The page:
Tiger Woods in contention at PGA Championship, but still should be ticked

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Tiger Woods got off to a rocky start at the 2018 PGA Championship at Bellerive in St. Louis, but the 14-time major champion has battled back.

Brooks Koepka had his rivals on the ropes but could not deliver a knockout punch and had his lead whittled to two strokes over Adam Scott after the third round at the PGA Championship on Saturday.

Only a three-putt bogey at the fifth hole halted his progress, though he put the setback quickly behind him to birdie the next three holes.

As of now, just going off the broadcast, it feels more like a mid-level PGA Tour event than the 100th edition of one of golf's most important, tradition and history-rich championships.

"A kid legit just passed out right before Tiger teed off on No. 12", Kyle Porter tweeted.


Both his 66s were compiled in the same fashion, shooting 31 for the front nine and 35 blows for the inward half. Scott is in prime position to honor his buddy by winning his second career major.

A 12-under 198 total still left Koepka within sight of his third major title in 14 months, but the two-times U.S. Open champion's grip on the Wanamaker Trophy had loosened.

Gary Woodland lost his way in his footprints in a bunker and made triple bogey on No. 10, falling six shots behind, and still managed a 71 to stay within three shots of the lead, along with Jon Rahm (66) and Rickie Fowler (69).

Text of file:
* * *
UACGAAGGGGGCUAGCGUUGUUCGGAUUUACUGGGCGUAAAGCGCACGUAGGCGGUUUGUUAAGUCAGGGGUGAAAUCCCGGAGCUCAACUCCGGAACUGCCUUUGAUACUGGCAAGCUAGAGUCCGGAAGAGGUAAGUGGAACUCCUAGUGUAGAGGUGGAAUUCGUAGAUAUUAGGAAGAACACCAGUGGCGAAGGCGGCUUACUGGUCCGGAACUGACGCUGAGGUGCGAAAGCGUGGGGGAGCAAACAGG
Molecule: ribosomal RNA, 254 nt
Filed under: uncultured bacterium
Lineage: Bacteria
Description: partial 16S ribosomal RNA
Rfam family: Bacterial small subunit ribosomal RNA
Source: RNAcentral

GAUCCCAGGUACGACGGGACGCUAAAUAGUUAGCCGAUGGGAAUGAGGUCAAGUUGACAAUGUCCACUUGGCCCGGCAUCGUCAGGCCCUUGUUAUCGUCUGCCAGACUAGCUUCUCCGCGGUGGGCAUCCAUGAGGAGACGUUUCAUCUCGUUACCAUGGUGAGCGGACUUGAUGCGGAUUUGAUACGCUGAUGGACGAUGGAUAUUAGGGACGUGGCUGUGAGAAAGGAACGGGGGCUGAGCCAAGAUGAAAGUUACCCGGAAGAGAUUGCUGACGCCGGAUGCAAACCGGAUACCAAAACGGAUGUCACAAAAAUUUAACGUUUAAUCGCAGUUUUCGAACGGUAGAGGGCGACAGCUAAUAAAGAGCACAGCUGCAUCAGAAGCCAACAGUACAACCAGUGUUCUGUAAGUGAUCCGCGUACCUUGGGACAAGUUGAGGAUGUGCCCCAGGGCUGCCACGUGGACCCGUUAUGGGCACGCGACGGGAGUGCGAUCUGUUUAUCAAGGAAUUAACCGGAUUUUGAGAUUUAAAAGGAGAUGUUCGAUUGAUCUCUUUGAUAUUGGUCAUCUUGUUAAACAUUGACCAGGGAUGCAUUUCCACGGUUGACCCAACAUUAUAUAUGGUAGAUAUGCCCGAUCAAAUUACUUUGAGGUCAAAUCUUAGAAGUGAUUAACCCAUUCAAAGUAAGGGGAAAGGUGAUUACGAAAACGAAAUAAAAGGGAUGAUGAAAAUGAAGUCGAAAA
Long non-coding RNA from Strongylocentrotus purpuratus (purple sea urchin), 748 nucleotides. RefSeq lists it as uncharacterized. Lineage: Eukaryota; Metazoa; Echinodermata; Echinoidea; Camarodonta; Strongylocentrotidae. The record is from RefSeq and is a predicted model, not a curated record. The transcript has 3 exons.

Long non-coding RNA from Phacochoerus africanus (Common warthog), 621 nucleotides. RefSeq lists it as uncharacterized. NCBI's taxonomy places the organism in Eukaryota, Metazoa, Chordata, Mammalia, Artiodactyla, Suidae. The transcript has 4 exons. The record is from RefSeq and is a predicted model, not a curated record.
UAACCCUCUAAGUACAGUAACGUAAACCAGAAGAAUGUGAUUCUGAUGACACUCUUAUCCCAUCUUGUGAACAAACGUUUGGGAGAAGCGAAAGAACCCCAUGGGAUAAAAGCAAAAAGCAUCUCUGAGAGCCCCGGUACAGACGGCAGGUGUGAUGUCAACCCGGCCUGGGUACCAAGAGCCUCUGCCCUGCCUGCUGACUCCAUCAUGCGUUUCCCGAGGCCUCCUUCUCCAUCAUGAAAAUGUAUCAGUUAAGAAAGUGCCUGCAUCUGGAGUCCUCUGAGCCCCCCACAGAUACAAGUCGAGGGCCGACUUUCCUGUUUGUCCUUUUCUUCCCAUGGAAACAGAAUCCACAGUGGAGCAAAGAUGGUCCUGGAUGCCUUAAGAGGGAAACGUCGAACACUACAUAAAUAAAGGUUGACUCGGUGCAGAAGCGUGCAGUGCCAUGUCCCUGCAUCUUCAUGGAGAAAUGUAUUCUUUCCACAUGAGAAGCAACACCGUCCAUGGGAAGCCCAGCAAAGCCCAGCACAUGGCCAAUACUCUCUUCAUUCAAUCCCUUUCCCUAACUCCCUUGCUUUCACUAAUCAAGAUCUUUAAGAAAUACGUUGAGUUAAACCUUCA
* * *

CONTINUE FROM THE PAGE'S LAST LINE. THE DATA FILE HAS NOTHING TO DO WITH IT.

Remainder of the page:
To say Brady Brown of Robinson, Illinois came prepared with his attire for this PGA Championship would be an understatement.

If Woods is to win his first tournament anywhere for five years and his first major for double that length, he is going to have to figure out how to improve his scoring on the back nine.


Koepka, who in June became the first man to win back-to-back US Opens since Curtis Strange in 1988-89, could become only the fourth player to win the US Open and PGA Championship in the same year, following fellow Americans Gene Sarazen in 1922, Ben Hogan in 1948 and Jack Nicklaus in 1980. Brooks Koepka and Charl Schwartzel had the best rounds of the field, firing 7-under-par 63s to tie the tournament record for the lowest score in a round.

And it was only good for a one-shot lead over Kevin Kisner.

The former Southern Utah golfer, who is an assistant at Davis Park Golf Course, had shot a 76 in the first round but was much better on Friday.

At four shots back in a six-way tie, there's a cosmopolitan group including Irishman Shane Lowry, Aussie Jason Day, defending champion Justin Thomas - and Tiger. "I drove it really well and gave myself just a lot of chances". Rory McIlroy opened with seven straight pars, and then he belted a drive 359 yards on the par-5 eighth hole when the rain arrived. 'It's just that all the putts I made came on the front nine'. If you do that well, and, obviously, in there you're going to make those putts.


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